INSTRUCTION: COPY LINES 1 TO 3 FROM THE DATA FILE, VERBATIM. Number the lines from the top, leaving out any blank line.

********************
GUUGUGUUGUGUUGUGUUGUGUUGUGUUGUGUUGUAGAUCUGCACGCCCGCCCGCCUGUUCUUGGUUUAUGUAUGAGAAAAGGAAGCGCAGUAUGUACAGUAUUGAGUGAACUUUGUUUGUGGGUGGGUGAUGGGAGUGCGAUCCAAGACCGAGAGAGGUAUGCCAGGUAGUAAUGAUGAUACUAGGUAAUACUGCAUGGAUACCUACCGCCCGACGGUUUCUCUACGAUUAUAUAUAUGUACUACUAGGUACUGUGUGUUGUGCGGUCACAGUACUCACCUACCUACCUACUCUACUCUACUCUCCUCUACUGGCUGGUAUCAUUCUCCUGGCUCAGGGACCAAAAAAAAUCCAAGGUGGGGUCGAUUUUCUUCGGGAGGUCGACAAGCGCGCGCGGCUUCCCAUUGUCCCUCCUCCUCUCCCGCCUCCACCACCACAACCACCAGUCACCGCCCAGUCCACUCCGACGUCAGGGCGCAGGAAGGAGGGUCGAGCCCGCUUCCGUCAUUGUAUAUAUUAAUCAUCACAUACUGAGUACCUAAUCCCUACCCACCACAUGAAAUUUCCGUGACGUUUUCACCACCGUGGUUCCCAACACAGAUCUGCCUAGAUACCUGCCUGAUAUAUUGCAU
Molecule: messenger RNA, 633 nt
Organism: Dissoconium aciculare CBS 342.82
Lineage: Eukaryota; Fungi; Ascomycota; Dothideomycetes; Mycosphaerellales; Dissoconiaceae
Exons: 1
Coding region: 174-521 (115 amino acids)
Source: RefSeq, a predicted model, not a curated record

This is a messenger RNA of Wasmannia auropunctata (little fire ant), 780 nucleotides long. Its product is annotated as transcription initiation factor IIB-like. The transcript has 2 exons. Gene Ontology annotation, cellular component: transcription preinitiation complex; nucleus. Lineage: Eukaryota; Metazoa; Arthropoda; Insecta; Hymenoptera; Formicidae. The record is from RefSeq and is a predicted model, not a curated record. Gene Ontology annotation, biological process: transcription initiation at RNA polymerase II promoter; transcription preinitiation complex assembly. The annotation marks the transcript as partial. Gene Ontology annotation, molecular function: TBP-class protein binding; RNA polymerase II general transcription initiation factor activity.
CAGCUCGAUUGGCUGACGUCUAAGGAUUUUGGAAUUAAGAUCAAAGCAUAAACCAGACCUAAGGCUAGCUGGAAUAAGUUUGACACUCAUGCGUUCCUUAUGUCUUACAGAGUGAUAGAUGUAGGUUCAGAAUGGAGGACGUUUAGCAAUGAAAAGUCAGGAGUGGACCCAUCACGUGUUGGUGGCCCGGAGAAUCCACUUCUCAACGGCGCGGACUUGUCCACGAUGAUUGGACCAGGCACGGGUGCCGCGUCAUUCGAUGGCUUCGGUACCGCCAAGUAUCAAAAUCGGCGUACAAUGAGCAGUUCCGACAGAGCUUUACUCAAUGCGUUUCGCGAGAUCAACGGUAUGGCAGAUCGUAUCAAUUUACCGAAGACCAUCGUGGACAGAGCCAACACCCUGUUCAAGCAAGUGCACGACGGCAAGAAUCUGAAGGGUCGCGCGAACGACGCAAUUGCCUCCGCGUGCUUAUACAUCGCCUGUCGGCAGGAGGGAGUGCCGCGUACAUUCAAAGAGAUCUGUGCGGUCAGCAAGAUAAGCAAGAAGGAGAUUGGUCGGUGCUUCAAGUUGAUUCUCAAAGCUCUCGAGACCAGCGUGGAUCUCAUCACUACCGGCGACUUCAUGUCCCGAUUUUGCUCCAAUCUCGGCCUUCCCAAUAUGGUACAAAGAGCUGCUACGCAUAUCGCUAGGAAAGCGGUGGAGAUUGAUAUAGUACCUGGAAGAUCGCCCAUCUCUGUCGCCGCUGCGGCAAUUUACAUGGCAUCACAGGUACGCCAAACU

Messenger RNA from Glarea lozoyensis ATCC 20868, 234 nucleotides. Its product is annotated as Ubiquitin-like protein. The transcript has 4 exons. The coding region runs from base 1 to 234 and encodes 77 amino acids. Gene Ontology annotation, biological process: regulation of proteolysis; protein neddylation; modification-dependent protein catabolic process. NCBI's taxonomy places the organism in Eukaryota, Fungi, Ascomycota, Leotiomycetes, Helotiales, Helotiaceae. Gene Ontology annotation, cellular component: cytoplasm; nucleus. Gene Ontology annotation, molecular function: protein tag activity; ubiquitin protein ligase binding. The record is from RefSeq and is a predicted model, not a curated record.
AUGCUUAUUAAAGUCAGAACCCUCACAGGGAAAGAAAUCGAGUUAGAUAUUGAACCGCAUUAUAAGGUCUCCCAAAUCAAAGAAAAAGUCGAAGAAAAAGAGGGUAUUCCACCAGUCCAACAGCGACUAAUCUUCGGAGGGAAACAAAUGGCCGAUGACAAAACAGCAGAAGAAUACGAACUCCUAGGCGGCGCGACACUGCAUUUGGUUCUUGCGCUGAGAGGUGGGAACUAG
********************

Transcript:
GUUGUGUUGUGUUGUGUUGUGUUGUGUUGUGUUGUAGAUCUGCACGCCCGCCCGCCUGUUCUUGGUUUAUGUAUGAGAAAAGGAAGCGCAGUAUGUACAGUAUUGAGUGAACUUUGUUUGUGGGUGGGUGAUGGGAGUGCGAUCCAAGACCGAGAGAGGUAUGCCAGGUAGUAAUGAUGAUACUAGGUAAUACUGCAUGGAUACCUACCGCCCGACGGUUUCUCUACGAUUAUAUAUAUGUACUACUAGGUACUGUGUGUUGUGCGGUCACAGUACUCACCUACCUACCUACUCUACUCUACUCUCCUCUACUGGCUGGUAUCAUUCUCCUGGCUCAGGGACCAAAAAAAAUCCAAGGUGGGGUCGAUUUUCUUCGGGAGGUCGACAAGCGCGCGCGGCUUCCCAUUGUCCCUCCUCCUCUCCCGCCUCCACCACCACAACCACCAGUCACCGCCCAGUCCACUCCGACGUCAGGGCGCAGGAAGGAGGGUCGAGCCCGCUUCCGUCAUUGUAUAUAUUAAUCAUCACAUACUGAGUACCUAAUCCCUACCCACCACAUGAAAUUUCCGUGACGUUUUCACCACCGUGGUUCCCAACACAGAUCUGCCUAGAUACCUGCCUGAUAUAUUGCAU
Molecule: messenger RNA, 633 nt
Organism: Dissoconium aciculare CBS 342.82